Crew members assigned to NASA’s SpaceX Crew-6 mission are in orbit following their successful launch to the International Space Station at 12:34 a.m. EST Thursday from Launch Complex 39A at NASA’s Kennedy Space Center in Florida.
The international crew are the agency’s sixth commercial crew rotation mission with SpaceX aboard the orbital laboratory.
A SpaceX Falcon 9 rocket propelled the Dragon spacecraft, named Endeavour, into orbit carrying NASA astronauts Stephen Bowen and Warren Hoburg, along with United Arab Emirates (UAE) astronaut Sultan Alneyadi and Roscosmos cosmonaut Andrey Fedyaev, for a science expedition aboard the space station.
During Dragon’s flight, SpaceX will monitor a series of automatic spacecraft maneuvers from its mission control center in Hawthorne, California, and NASA teams will monitor space station operations throughout the flight from the Mission Control Center at the agency’s Johnson Space Center in Houston.
Dragon will dock autonomously to the space-facing port of the station’s Harmony module around 1:17 a.m., Friday, March 3. NASA Television, the NASA app, and the agency’s website will provide live coverage of docking and hatch opening. NASA TV also will cover the ceremony to welcome the crew aboard the orbital outpost about 3:40 a.m.
Once aboard station, Crew-6 will join the Expedition 68, consisting of NASA astronauts Frank Rubio, Nicole Mann, and Josh Cassada, as well as JAXA (Japan Aerospace Exploration Agency) astronaut Koichi Wakata, and Roscosmos cosmonauts Sergey Prokopyev, Dmitri Petelin, and Anna Kikina. For a short time, the 11 crew members will live and work in space together until Crew-5 members Mann, Cassada, Wakata, and Kikina return to Earth a few days later.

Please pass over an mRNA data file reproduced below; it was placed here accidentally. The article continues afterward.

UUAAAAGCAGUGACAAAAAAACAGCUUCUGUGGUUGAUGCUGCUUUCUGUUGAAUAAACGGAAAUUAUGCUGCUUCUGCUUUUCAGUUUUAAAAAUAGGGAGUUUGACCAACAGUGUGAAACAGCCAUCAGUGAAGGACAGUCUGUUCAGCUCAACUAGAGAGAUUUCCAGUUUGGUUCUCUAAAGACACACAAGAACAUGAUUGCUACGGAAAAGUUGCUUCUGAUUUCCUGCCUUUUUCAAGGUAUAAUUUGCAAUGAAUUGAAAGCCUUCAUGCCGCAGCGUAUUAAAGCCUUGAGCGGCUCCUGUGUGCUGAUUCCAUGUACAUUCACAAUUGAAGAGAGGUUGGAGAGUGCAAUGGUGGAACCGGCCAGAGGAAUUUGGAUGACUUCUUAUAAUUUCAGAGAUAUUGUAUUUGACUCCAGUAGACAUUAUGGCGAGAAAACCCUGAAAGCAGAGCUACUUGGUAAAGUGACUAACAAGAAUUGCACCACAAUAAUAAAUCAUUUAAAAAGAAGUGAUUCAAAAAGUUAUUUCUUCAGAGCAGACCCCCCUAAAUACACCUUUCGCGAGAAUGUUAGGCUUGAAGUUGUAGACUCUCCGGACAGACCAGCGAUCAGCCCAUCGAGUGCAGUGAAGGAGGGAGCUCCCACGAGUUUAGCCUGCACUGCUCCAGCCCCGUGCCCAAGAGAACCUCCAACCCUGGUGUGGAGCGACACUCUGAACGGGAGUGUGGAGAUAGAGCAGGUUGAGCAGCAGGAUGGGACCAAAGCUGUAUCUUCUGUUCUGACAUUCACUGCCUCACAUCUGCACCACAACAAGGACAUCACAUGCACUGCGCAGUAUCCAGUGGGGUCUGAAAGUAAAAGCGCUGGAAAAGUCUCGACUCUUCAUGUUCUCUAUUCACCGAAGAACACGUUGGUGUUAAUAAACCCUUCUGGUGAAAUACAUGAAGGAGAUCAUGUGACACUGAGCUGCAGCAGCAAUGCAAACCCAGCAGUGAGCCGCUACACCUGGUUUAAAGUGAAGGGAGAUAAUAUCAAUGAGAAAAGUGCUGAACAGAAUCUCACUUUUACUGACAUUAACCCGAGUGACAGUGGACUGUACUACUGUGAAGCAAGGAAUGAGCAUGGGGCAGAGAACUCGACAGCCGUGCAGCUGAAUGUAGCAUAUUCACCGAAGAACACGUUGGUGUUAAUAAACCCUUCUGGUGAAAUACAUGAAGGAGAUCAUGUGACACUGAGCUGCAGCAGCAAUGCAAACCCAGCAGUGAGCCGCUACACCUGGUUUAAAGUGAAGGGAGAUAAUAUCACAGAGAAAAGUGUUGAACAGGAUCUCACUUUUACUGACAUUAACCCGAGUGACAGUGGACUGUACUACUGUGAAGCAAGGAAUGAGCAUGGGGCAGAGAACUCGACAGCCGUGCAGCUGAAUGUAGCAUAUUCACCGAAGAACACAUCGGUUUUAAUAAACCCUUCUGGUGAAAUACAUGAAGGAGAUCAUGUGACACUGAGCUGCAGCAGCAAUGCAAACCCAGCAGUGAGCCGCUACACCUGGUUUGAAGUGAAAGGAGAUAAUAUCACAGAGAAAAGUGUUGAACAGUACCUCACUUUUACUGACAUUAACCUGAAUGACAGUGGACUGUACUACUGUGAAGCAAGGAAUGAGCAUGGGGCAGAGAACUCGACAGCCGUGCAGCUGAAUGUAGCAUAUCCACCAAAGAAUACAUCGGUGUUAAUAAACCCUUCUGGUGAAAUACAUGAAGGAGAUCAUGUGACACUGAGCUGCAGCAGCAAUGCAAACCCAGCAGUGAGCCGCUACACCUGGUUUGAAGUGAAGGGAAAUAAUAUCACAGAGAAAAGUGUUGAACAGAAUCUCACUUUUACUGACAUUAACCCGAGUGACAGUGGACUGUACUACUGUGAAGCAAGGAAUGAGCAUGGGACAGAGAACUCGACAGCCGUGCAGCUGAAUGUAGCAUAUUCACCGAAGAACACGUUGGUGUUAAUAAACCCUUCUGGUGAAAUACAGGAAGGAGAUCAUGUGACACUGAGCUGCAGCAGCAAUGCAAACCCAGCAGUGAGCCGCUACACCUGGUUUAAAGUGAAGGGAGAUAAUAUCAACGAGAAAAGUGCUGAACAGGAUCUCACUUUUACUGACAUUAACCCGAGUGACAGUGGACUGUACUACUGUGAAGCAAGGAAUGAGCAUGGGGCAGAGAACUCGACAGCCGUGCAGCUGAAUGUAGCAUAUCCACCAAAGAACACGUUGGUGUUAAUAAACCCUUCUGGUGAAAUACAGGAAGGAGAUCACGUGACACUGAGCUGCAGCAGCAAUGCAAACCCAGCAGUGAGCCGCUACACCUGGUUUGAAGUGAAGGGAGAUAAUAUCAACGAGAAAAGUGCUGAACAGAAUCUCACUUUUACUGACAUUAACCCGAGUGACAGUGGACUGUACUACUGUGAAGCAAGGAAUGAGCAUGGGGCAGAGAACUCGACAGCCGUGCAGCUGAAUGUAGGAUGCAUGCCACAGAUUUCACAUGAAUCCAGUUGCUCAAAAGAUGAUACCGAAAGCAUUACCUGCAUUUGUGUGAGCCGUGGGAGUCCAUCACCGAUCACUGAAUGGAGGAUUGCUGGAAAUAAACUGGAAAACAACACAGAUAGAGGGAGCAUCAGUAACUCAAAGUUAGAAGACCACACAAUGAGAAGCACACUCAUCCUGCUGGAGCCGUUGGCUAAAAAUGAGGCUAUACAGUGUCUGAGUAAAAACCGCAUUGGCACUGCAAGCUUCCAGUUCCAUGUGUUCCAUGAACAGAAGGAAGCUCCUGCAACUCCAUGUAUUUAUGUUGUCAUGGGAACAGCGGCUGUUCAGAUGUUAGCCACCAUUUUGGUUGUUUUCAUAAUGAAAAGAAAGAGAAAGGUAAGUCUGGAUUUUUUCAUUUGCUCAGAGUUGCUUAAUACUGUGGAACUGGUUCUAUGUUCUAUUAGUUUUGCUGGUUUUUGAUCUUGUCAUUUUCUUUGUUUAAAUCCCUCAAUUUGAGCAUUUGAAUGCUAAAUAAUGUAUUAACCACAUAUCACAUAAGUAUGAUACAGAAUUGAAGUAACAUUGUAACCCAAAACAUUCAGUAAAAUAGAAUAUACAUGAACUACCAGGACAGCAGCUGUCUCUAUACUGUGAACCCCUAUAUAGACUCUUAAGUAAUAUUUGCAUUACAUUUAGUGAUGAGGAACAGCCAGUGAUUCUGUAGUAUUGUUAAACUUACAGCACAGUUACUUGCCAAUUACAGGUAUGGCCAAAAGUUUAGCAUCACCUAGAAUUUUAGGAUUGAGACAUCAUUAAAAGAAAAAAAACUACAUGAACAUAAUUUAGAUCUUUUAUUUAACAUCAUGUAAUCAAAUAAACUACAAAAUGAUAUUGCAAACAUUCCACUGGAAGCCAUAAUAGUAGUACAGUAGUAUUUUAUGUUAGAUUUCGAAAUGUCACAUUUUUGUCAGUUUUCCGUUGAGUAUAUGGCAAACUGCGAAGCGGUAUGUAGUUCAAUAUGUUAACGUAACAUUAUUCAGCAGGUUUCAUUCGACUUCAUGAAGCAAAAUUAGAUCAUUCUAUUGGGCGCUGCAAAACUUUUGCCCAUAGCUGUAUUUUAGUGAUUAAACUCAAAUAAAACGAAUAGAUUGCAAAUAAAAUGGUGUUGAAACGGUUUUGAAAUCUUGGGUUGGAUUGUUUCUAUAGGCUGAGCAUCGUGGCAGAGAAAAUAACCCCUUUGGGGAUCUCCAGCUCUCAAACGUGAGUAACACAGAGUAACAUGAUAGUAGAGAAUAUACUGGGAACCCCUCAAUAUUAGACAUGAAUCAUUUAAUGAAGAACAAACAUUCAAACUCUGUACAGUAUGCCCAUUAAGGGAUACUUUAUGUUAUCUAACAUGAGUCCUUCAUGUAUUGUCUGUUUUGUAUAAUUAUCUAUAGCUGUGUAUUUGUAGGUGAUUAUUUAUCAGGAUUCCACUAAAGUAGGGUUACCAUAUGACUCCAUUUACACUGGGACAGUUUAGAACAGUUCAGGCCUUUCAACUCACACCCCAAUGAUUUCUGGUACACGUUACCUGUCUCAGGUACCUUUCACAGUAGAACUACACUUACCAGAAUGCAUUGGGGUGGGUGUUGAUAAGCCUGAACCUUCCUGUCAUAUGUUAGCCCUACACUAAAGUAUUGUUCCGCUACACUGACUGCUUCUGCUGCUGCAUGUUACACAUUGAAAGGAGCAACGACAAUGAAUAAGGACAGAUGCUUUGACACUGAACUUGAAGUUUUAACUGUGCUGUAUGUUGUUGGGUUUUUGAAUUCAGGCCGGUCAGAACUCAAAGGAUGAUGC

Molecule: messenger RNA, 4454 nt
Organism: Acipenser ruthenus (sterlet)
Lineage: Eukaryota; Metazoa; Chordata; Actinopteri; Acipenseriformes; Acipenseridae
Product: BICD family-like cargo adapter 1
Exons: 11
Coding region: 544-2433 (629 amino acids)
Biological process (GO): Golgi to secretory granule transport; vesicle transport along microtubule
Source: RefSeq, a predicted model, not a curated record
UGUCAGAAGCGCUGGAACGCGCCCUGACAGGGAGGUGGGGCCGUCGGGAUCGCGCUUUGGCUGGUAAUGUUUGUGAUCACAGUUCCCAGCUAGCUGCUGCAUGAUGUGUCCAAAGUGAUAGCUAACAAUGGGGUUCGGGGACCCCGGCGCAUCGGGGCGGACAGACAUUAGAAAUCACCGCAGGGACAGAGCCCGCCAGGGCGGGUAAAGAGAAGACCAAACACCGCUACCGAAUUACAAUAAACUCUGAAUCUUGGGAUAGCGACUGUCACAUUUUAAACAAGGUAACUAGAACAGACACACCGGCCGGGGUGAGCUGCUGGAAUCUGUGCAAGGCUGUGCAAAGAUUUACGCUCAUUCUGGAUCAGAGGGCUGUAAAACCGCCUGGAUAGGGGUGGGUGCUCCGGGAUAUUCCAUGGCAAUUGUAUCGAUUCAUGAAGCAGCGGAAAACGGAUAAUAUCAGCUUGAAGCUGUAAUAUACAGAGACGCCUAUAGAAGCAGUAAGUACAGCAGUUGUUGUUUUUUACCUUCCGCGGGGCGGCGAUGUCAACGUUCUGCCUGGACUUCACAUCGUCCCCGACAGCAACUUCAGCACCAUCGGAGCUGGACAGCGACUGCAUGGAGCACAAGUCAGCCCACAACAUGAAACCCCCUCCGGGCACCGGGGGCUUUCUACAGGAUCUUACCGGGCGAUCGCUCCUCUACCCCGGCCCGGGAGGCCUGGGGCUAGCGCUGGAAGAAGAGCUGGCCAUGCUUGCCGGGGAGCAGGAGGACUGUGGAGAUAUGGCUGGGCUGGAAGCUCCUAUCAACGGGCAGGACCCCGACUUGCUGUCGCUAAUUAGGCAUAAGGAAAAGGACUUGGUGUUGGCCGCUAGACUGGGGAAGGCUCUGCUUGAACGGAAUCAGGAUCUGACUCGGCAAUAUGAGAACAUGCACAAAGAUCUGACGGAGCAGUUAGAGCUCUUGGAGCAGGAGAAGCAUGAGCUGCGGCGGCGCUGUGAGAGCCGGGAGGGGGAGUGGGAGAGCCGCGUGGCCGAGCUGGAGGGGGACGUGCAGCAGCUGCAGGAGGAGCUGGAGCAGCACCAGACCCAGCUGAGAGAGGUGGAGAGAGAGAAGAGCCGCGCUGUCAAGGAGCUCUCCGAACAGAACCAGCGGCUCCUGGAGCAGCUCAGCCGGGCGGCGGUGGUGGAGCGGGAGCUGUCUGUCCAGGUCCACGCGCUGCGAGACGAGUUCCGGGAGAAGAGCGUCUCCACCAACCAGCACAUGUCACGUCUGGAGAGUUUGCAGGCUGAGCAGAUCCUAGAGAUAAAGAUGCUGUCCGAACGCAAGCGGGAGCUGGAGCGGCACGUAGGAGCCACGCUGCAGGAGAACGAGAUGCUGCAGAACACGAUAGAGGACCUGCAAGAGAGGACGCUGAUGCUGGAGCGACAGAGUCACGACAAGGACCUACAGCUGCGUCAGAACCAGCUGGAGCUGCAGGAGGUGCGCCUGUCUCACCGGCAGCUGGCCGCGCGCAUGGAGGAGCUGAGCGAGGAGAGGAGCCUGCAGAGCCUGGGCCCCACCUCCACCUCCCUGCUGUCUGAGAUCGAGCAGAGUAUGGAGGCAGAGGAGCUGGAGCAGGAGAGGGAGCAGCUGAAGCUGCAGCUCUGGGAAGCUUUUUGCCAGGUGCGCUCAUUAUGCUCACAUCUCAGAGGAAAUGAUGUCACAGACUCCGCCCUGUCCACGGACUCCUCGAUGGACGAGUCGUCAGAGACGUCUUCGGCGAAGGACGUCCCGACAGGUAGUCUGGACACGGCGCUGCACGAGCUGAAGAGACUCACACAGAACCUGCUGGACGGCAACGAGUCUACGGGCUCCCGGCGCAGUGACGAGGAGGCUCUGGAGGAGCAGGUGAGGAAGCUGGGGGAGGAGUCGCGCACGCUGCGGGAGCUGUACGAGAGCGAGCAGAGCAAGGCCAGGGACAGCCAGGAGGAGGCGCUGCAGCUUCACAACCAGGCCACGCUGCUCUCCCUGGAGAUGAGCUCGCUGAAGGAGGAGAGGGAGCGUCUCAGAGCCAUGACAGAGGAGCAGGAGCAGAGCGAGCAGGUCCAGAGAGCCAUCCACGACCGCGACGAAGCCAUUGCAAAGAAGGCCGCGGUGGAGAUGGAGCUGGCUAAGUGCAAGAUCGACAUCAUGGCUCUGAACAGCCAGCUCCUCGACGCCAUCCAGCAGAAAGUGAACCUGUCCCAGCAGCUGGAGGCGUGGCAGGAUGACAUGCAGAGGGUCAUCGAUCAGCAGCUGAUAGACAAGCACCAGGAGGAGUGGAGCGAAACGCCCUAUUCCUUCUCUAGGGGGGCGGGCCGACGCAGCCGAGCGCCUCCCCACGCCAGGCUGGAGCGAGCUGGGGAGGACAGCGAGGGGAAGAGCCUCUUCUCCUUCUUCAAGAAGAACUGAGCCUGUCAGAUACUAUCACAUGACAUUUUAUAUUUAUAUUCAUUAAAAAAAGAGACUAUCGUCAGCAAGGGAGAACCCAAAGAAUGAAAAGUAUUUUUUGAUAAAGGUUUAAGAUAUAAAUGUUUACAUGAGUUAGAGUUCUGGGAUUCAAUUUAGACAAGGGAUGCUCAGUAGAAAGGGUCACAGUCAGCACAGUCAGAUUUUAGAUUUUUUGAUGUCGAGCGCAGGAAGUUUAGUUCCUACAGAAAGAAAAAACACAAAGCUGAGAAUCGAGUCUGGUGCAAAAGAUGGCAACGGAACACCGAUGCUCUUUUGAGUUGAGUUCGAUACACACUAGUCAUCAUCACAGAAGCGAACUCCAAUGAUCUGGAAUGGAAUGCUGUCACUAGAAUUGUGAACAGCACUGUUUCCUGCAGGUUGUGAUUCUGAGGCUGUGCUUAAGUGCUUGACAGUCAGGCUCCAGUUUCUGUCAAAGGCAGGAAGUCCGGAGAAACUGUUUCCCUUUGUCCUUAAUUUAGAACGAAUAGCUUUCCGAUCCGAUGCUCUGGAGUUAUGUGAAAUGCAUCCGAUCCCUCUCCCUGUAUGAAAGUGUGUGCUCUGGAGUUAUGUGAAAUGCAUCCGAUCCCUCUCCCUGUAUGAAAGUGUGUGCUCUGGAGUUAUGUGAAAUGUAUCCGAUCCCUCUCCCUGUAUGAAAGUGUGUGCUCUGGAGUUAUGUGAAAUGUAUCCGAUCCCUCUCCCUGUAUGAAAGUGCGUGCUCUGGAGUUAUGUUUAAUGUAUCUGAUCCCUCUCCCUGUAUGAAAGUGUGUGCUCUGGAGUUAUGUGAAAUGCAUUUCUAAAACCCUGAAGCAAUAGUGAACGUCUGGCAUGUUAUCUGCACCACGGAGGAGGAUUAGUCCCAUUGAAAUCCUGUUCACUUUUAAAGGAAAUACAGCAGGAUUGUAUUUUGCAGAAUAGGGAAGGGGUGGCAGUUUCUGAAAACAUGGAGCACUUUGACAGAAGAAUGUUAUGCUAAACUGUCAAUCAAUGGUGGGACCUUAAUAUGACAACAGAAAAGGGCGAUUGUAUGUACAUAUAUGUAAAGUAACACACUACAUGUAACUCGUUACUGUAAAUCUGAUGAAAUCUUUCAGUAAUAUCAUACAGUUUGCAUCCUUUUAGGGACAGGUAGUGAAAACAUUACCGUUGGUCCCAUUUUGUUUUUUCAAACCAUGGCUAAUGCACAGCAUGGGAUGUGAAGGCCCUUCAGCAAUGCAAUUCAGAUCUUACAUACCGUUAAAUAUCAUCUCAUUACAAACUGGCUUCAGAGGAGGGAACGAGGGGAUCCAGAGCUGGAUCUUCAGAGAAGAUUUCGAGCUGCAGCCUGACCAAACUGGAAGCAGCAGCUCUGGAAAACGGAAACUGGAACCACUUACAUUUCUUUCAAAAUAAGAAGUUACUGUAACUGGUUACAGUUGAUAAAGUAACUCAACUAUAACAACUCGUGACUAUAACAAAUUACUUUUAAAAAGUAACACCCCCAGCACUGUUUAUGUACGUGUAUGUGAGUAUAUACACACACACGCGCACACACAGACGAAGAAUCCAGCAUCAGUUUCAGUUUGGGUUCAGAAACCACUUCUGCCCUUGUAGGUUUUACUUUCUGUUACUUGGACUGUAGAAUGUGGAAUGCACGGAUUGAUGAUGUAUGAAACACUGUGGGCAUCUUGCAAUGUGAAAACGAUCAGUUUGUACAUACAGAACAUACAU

Conducting new scientific research, Crew-6 will help prepare for human exploration beyond low-Earth orbit and benefit life on Earth. Experiments will include studies of how particular materials burn in microgravity, tissue chip research on heart, brain, and cartilage functions, and an investigation that will collect microbial samples from the outside of the space station. These are just some of the hundreds of science experiments and technology demonstrations that will take place during their mission.
“For more than two decades, humans have continuously lived and worked aboard the International Space Station,” said Kathryn Lueders, associate administrator for NASA’s Space Operations Mission Directorate in Washington. “Commercial Crew Program missions like Crew-6 are essential so we can continue to maximize the important research possible only in the space station’s unique microgravity environment. Congratulations to the NASA and SpaceX teams on a successful launch! I am looking forward to seeing the crew safely aboard the station.”
The Crew-6 mission enables NASA to maximize use of the space station, where astronauts have lived and worked continuously for more than 22 years testing technologies, performing science, and developing the skills needed to operate future commercial destinations in low-Earth orbit and explore farther from Earth. Research conducted on the space station provides benefits for people on Earth and paves the way for future long-duration trips to the Moon and beyond through NASA’s Artemis missions.